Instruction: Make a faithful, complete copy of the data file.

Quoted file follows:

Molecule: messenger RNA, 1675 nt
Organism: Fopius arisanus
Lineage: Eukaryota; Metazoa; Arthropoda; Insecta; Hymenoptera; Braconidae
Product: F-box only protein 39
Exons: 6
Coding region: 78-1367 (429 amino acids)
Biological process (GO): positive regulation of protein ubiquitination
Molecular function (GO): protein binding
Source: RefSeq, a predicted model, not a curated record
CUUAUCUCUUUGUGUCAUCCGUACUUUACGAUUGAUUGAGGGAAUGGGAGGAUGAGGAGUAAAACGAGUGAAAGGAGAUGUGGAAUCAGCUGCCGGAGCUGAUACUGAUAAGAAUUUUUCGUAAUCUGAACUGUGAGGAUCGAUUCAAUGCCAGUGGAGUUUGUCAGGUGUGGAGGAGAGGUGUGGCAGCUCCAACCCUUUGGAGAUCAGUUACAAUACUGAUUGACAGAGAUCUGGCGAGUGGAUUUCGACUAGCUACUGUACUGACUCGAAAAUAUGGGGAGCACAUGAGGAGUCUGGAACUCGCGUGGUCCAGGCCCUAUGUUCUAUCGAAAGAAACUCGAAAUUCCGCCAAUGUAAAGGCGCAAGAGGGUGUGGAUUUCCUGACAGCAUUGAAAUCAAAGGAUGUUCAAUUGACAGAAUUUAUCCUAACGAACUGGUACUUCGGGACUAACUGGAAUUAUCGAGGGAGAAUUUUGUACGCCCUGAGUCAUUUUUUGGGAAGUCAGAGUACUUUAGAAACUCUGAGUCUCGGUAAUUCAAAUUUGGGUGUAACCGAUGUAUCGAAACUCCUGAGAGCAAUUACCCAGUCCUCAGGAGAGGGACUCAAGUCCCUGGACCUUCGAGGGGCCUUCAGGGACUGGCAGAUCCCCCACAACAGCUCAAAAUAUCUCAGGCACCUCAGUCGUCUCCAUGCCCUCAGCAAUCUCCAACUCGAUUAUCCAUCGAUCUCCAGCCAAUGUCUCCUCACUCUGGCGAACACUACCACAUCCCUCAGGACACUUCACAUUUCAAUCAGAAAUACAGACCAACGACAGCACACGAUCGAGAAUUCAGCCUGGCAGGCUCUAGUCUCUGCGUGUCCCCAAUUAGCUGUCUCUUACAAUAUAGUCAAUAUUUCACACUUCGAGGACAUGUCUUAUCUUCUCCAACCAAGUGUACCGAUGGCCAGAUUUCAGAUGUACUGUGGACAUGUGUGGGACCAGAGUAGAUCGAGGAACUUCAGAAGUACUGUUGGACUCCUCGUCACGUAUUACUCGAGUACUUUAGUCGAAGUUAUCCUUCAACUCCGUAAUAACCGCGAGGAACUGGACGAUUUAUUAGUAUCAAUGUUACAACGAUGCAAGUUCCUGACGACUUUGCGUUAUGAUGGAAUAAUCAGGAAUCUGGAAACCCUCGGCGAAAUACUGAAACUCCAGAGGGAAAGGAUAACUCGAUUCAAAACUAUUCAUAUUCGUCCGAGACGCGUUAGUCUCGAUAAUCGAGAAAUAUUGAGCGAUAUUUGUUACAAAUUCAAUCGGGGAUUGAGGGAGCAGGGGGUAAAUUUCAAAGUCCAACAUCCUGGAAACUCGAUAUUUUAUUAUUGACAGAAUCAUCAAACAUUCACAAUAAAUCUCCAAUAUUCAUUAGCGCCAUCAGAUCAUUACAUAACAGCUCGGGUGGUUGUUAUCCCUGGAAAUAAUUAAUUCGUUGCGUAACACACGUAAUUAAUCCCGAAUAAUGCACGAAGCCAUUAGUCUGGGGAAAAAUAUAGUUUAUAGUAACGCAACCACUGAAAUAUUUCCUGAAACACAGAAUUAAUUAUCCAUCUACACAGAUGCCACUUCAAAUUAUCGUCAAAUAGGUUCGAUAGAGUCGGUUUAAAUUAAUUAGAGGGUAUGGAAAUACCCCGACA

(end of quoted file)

Molecule: messenger RNA, 1675 nt
Organism: Fopius arisanus
Lineage: Eukaryota; Metazoa; Arthropoda; Insecta; Hymenoptera; Braconidae
Product: F-box only protein 39
Exons: 6
Coding region: 78-1367 (429 amino acids)
Biological process (GO): positive regulation of protein ubiquitination
Molecular function (GO): protein binding
Source: RefSeq, a predicted model, not a curated record
CUUAUCUCUUUGUGUCAUCCGUACUUUACGAUUGAUUGAGGGAAUGGGAGGAUGAGGAGUAAAACGAGUGAAAGGAGAUGUGGAAUCAGCUGCCGGAGCUGAUACUGAUAAGAAUUUUUCGUAAUCUGAACUGUGAGGAUCGAUUCAAUGCCAGUGGAGUUUGUCAGGUGUGGAGGAGAGGUGUGGCAGCUCCAACCCUUUGGAGAUCAGUUACAAUACUGAUUGACAGAGAUCUGGCGAGUGGAUUUCGACUAGCUACUGUACUGACUCGAAAAUAUGGGGAGCACAUGAGGAGUCUGGAACUCGCGUGGUCCAGGCCCUAUGUUCUAUCGAAAGAAACUCGAAAUUCCGCCAAUGUAAAGGCGCAAGAGGGUGUGGAUUUCCUGACAGCAUUGAAAUCAAAGGAUGUUCAAUUGACAGAAUUUAUCCUAACGAACUGGUACUUCGGGACUAACUGGAAUUAUCGAGGGAGAAUUUUGUACGCCCUGAGUCAUUUUUUGGGAAGUCAGAGUACUUUAGAAACUCUGAGUCUCGGUAAUUCAAAUUUGGGUGUAACCGAUGUAUCGAAACUCCUGAGAGCAAUUACCCAGUCCUCAGGAGAGGGACUCAAGUCCCUGGACCUUCGAGGGGCCUUCAGGGACUGGCAGAUCCCCCACAACAGCUCAAAAUAUCUCAGGCACCUCAGUCGUCUCCAUGCCCUCAGCAAUCUCCAACUCGAUUAUCCAUCGAUCUCCAGCCAAUGUCUCCUCACUCUGGCGAACACUACCACAUCCCUCAGGACACUUCACAUUUCAAUCAGAAAUACAGACCAACGACAGCACACGAUCGAGAAUUCAGCCUGGCAGGCUCUAGUCUCUGCGUGUCCCCAAUUAGCUGUCUCUUACAAUAUAGUCAAUAUUUCACACUUCGAGGACAUGUCUUAUCUUCUCCAACCAAGUGUACCGAUGGCCAGAUUUCAGAUGUACUGUGGACAUGUGUGGGACCAGAGUAGAUCGAGGAACUUCAGAAGUACUGUUGGACUCCUCGUCACGUAUUACUCGAGUACUUUAGUCGAAGUUAUCCUUCAACUCCGUAAUAACCGCGAGGAACUGGACGAUUUAUUAGUAUCAAUGUUACAACGAUGCAAGUUCCUGACGACUUUGCGUUAUGAUGGAAUAAUCAGGAAUCUGGAAACCCUCGGCGAAAUACUGAAACUCCAGAGGGAAAGGAUAACUCGAUUCAAAACUAUUCAUAUUCGUCCGAGACGCGUUAGUCUCGAUAAUCGAGAAAUAUUGAGCGAUAUUUGUUACAAAUUCAAUCGGGGAUUGAGGGAGCAGGGGGUAAAUUUCAAAGUCCAACAUCCUGGAAACUCGAUAUUUUAUUAUUGACAGAAUCAUCAAACAUUCACAAUAAAUCUCCAAUAUUCAUUAGCGCCAUCAGAUCAUUACAUAACAGCUCGGGUGGUUGUUAUCCCUGGAAAUAAUUAAUUCGUUGCGUAACACACGUAAUUAAUCCCGAAUAAUGCACGAAGCCAUUAGUCUGGGGAAAAAUAUAGUUUAUAGUAACGCAACCACUGAAAUAUUUCCUGAAACACAGAAUUAAUUAUCCAUCUACACAGAUGCCACUUCAAAUUAUCGUCAAAUAGGUUCGAUAGAGUCGGUUUAAAUUAAUUAGAGGGUAUGGAAAUACCCCGACA